Although efficient, emailing your client can be hazardous to the attorney-client privilege, unless you are very conscientious. Some cautions:
If you represent an individual, don’t send emails to your client’s place of business, as there may be a lowered expectation of privacy compared with a private email address. Any emails you send there may be discoverable.
In some instances, a husband and wife share one email address. If you send emails to a shared email address, you can run into potential waiver issues, because a non-client has access to privileged emails. Avoid any such issues by asking your client to create a separate individual email account for your communications.
Think twice before copying anyone on an email to your client. Copying your paralegal, secretary, or co-counsel does not create a waiver issue. But if you copy your expert witness or someone else outside your firm, you are looking for trouble. The same caveats apply if you copy your client on any email you send to anyone not covered by attorney-client privilege or work-product doctrine. The better practice is to forward emails to your client as appropriate.
Beware of email chains. Back in the chain, you may have sent an email to your client, without waiving the attorney-client privilege. But the message you are about to send, in the same chain, may waive the privilege if someone outside the privilege or work product doctrine receives it.
Avoid sending carbon copies of emails to your client, because the recipient may push “reply all” and transmit it to others, including people not covered by the attorney-client privilege. Instead, forward emails to your client as appropriate.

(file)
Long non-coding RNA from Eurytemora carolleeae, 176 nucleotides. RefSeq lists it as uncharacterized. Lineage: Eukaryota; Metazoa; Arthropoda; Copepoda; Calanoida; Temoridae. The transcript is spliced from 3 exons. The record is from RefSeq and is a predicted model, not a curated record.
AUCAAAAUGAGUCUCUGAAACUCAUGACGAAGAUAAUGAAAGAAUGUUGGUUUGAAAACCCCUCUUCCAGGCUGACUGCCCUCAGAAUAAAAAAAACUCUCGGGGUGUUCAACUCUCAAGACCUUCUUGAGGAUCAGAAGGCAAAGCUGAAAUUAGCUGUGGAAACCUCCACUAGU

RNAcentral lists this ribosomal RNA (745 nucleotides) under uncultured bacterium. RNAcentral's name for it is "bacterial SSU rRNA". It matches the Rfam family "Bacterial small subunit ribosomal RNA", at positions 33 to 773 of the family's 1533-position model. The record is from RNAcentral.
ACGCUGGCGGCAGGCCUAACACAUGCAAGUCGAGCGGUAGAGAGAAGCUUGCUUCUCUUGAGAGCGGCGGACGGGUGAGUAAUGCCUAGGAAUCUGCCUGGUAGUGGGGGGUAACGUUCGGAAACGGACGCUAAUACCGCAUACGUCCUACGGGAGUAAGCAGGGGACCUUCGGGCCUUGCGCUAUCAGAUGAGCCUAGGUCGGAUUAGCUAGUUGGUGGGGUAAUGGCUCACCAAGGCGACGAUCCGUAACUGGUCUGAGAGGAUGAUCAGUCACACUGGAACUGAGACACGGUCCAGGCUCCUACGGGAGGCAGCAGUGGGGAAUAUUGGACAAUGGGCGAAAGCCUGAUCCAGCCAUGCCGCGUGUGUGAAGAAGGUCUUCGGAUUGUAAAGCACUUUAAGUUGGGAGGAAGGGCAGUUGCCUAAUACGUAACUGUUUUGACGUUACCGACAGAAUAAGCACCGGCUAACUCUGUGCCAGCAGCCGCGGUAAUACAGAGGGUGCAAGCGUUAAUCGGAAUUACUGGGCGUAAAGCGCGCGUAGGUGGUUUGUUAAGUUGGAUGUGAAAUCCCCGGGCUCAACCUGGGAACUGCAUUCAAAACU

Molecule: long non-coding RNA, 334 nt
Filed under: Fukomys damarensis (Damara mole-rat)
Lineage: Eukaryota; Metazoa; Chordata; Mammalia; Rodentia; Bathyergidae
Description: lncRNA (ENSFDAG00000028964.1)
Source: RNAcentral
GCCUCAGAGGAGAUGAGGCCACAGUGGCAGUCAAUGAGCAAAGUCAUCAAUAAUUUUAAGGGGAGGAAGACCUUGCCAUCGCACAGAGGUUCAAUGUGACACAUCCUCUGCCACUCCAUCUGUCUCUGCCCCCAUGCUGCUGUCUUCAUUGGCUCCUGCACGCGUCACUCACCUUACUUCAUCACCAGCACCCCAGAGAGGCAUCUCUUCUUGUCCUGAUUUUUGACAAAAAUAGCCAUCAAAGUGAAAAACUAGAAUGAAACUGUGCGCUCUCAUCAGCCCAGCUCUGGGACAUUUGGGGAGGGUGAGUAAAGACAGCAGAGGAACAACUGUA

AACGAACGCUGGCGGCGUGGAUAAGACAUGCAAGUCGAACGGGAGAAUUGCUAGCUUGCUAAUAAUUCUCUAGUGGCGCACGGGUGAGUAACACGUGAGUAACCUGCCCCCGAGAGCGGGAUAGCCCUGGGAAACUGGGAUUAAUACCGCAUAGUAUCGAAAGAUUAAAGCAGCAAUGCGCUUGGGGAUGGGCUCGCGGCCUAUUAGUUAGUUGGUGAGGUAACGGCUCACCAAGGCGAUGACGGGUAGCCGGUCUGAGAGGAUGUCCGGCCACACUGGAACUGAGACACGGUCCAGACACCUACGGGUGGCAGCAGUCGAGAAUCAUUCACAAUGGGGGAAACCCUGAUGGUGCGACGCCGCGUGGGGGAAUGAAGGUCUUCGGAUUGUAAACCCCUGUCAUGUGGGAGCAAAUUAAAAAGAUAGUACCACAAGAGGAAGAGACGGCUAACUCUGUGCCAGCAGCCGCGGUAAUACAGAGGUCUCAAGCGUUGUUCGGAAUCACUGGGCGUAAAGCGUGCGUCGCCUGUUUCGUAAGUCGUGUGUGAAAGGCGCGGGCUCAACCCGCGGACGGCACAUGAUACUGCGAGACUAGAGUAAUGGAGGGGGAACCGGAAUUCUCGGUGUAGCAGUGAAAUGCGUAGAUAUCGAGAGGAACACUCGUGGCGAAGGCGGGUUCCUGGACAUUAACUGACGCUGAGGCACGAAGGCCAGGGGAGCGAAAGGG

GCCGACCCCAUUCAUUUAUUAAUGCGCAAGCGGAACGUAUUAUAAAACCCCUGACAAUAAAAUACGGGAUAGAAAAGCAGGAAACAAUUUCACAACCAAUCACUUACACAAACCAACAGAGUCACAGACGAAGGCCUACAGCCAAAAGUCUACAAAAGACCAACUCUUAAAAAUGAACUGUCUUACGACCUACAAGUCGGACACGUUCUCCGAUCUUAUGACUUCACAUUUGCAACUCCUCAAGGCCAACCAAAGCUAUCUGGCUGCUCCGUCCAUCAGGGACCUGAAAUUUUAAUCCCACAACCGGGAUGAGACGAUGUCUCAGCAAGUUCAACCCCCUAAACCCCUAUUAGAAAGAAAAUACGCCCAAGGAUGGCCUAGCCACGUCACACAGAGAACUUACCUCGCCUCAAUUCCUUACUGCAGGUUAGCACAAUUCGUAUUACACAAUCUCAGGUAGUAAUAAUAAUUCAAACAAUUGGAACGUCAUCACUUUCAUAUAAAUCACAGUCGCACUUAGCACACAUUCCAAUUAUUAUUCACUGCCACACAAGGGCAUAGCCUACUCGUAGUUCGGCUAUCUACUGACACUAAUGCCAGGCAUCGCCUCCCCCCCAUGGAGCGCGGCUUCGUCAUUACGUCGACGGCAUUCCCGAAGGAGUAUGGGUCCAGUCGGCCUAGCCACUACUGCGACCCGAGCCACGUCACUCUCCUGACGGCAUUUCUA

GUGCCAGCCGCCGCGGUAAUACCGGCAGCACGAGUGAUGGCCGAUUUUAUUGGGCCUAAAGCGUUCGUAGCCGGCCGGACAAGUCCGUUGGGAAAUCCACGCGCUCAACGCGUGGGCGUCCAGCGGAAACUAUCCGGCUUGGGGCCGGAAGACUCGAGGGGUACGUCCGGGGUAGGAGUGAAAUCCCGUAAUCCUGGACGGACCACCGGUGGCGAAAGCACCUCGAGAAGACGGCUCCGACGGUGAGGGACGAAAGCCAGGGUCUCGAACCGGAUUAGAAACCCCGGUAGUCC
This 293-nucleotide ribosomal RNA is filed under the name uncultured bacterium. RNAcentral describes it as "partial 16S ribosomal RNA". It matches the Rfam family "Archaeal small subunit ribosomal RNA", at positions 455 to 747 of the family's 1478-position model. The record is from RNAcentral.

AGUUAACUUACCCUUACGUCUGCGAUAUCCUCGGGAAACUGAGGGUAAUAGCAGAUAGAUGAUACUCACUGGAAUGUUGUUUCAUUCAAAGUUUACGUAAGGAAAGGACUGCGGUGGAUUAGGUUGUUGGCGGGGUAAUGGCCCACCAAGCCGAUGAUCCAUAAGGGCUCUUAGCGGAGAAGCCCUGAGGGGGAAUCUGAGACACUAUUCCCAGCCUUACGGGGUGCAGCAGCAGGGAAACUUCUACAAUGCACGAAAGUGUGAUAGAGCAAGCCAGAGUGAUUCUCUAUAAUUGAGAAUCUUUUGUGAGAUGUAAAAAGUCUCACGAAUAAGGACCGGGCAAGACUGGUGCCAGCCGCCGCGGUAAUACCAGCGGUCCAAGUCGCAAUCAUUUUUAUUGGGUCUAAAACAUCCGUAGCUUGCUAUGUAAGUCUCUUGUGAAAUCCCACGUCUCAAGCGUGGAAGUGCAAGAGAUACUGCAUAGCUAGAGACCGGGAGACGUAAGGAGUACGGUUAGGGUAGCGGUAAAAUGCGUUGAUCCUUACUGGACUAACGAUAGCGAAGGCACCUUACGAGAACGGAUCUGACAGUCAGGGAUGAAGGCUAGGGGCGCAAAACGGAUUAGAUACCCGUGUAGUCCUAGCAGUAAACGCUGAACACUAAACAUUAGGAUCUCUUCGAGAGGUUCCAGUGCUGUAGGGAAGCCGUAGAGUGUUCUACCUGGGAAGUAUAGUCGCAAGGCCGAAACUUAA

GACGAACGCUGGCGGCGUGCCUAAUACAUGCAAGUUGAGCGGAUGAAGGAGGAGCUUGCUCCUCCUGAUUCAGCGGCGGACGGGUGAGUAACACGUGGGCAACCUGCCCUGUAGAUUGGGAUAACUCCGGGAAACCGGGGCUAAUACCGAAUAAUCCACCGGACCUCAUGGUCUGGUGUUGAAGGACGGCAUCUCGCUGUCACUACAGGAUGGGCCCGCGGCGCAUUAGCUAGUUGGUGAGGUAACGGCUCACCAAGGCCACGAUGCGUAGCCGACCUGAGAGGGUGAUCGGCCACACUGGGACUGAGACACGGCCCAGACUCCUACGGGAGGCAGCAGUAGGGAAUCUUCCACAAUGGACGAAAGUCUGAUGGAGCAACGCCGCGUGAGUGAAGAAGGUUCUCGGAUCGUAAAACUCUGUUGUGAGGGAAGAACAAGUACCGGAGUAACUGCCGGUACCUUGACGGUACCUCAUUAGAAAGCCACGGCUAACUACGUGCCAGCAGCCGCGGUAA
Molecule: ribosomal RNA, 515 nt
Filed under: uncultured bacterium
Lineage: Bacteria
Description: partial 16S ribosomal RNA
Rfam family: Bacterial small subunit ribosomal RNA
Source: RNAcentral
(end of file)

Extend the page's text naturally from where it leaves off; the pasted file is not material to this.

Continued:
Before pushing “send,” get in the habit of asking yourself: If I send this email (including previous messages in the email chain) to these recipients, am I waiving the attorney-client privilege?
What should you do if you discover that you have inadvertently sent opposing counsel an email that was intended only for your client? Immediately call opposing counsel to advise that you inadvertently sent a privileged communication to him or her. Ask opposing counsel not to read it and not to print it. Ask that he or she delete the email (and delete it from the trash folder). If the email has already been printed, ask that all copies be destroyed. If already forwarded, instruct the recipient to follow the same instructions. Lastly, ask for confirmation in writing from opposing counsel that they have complied.
Opposing counsel should send you an email confirming that all this was done. See Model Rule 4.4(b) and, more generally, FRE 502(b) and (c), and Rule 26(b)(5)(B). Opposing counsel should cooperate but, if not, you should promptly file an appropriate motion.
Likewise, if you receive an email or other document by the attorney-client privilege, you are ethically required to do the same. If in doubt, seal the document and notify opposing counsel or seek a court order as appropriate—but do not read it.
Stewart Edelstein, who taught clinical courses at Yale Law School for 20 years during his 40-year career as a trial lawyer, is the author, most recently, of How to Succeed as a Trial Lawyer, 2d ed. (ABA 2017).